• BSP end-April rediscount window loans plunge 95.5%


    Total loans availed of by thrift and rural banks under the peso rediscount facility of the central bank slid 95.5 percent to P572 million in January to April from P12.678 billion in the same period a year earlier.

    The continued decline in the first four months of the year showed these banks found no need to tap the special window for lending to their clients, given the abundance of liquidity in the market, analysts said.

    “Banks did not need to resort to the rediscount [facility]in order to generate liquidity given the very low interest rate environment currently enjoyed in the country,” Nicholas Antonio Mapa, associate economist at the Bank of the Philippine Islands, said in an email to The Manila Times.

    He said the banks likely borrowed funds from other sources at reasonable rates.

    “With interest rates very low, they may have opted to borrow from other banks,” he said. The central bank recently kept overnight lending rate unchanged at 5.5 percent and borrowing rate at 3.5.

    Of the P572 million rediscounted loans released through the banks in the four-month period, commercial credits accounted for 79.8 percent, agricultural and industrial credits 3.3 percent, and the remaining 16.9 percent went to other credits such as permanent working capital (7.4 percent), other services (5.9 percent), capital expenditure (1.8 percent), and housing (1.8 percent).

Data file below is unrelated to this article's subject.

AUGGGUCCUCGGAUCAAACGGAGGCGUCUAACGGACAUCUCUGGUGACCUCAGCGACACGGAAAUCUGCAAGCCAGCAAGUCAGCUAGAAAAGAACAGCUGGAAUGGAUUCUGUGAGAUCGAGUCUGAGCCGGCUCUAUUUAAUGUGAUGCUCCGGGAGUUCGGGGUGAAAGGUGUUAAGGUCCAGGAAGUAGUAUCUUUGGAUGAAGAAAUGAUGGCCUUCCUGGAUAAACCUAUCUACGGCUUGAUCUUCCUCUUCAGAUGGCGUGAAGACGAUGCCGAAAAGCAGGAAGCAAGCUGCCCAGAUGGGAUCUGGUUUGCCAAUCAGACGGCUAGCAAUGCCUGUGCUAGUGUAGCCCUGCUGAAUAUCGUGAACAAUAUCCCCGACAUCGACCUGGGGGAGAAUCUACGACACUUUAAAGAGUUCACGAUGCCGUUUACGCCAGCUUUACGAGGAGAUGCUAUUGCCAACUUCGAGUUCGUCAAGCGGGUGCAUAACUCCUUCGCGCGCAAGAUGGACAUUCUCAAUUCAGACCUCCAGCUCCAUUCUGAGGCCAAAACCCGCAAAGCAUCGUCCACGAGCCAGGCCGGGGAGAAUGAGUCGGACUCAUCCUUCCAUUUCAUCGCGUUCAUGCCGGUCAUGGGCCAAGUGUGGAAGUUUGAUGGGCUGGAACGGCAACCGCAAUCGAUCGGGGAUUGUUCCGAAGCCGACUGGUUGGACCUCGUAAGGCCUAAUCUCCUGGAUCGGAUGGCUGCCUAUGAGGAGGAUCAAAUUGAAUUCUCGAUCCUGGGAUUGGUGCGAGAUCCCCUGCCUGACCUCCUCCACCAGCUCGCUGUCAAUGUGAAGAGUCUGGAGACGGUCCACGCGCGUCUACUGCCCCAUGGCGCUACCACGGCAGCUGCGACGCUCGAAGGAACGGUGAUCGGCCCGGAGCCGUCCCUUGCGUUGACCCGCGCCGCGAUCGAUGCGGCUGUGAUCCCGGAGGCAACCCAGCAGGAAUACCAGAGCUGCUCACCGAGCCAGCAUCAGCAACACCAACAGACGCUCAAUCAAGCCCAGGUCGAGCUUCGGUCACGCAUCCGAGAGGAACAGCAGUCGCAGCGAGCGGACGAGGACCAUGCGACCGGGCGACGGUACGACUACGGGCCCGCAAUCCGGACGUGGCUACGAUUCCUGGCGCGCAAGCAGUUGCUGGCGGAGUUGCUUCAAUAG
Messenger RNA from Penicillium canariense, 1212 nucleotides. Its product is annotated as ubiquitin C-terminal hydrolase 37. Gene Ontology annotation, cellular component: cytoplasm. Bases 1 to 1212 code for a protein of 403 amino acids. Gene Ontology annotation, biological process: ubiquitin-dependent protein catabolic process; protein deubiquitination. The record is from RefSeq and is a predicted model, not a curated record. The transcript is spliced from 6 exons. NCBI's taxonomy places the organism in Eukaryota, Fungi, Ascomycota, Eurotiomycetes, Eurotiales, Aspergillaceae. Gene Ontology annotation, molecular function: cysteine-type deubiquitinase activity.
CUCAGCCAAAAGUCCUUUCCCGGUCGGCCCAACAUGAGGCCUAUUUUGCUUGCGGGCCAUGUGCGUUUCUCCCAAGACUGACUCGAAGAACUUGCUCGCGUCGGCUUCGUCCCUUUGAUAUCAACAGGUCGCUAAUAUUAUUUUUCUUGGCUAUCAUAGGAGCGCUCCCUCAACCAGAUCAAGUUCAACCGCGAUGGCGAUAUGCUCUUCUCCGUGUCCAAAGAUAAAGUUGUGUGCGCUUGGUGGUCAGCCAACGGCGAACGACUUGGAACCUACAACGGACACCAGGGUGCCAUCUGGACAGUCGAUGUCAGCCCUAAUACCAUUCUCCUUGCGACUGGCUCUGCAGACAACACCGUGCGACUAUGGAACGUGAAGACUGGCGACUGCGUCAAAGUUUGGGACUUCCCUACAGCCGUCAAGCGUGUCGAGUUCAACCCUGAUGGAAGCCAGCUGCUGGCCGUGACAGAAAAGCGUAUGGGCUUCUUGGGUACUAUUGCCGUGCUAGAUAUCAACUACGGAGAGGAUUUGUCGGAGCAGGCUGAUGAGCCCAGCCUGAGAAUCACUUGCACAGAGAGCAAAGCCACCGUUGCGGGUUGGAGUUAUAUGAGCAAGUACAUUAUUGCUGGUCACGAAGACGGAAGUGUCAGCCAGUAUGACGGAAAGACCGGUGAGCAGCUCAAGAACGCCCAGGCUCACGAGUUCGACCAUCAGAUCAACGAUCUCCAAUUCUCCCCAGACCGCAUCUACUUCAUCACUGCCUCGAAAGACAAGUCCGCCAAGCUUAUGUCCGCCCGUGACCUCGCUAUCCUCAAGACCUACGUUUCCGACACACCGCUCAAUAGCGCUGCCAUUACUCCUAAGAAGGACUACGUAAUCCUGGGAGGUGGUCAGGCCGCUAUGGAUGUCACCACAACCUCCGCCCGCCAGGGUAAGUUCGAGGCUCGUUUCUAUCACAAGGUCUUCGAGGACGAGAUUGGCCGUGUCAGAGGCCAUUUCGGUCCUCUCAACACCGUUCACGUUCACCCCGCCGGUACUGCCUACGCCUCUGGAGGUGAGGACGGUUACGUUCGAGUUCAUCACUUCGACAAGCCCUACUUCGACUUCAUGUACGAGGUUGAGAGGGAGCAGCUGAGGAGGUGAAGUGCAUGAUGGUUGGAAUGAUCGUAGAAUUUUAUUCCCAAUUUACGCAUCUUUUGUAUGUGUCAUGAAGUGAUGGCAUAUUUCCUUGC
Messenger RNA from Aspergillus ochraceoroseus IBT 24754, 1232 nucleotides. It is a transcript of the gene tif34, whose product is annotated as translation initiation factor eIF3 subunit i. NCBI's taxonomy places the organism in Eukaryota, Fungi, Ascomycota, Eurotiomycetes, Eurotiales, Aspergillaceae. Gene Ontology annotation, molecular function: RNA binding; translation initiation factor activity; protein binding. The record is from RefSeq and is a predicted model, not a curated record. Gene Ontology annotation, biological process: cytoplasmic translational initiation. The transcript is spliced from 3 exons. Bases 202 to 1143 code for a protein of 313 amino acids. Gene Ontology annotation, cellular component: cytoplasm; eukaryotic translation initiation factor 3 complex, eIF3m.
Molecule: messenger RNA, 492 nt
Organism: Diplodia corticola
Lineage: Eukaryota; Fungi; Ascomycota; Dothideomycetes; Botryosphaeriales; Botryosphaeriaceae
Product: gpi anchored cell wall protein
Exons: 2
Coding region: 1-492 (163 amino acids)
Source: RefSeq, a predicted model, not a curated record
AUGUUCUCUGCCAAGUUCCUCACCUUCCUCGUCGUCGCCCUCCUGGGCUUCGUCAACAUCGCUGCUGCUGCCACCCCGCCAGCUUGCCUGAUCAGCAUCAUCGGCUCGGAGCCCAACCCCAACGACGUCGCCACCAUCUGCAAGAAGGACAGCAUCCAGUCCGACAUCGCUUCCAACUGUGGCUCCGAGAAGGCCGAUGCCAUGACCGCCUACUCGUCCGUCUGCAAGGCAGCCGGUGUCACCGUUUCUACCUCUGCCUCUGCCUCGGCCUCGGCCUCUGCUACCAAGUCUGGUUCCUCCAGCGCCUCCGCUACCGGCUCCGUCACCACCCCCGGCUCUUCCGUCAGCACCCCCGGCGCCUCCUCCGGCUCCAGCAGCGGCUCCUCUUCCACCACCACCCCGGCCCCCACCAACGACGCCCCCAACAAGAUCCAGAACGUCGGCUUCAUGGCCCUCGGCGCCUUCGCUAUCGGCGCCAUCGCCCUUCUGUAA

Also, banks’ use of the Exporters Dollar and Yen Rediscount Facility recorded a year-on-year decline in the period, showing only a universal bank and a thrift bank availing of a combined $2.8 million of the financing facility, benefiting two exporters.

    This reflects a 94.7 percent drop in availments, compared with the $52.4 million grants for the same period last year, the BSP said.

    Under the BSP rediscount window, a rural bank that seeks to liquidate outstanding client loans can run to the BSP to swap the loan for cash at a discount. The BSP takes on the loan from the rural bank and takes charge of collecting payments from the rural bank’s client.

    “In the past when rural banks faced a liquidity crunch, they would go to the BSP to liquidate [an outstanding loan]and get the cash. The fact this is happening less may be because the rural banks and thrift banks are now facing less episodes of liquidity problems,” Mapa said.

    Rediscounting is a privilege given by the BSP to banks that are qualified to obtain loans or advances using eligible borrowers’ papers as collateral.

    As of end-March, the country’s domestic liquidity or M3 expanded by 34.8 percent reaching P7 trillion.

    M3 measures money supply or the amount of cash and cash-equivalent securities circulating within an economy.

    Too much liquidity in the system was a major factor in the central bank’s decision at its May 8 monetary policy meeting to raise the reserve requirement ratio (RRR) for banks further by 1 percentage point to 20 percent, effective May 30.


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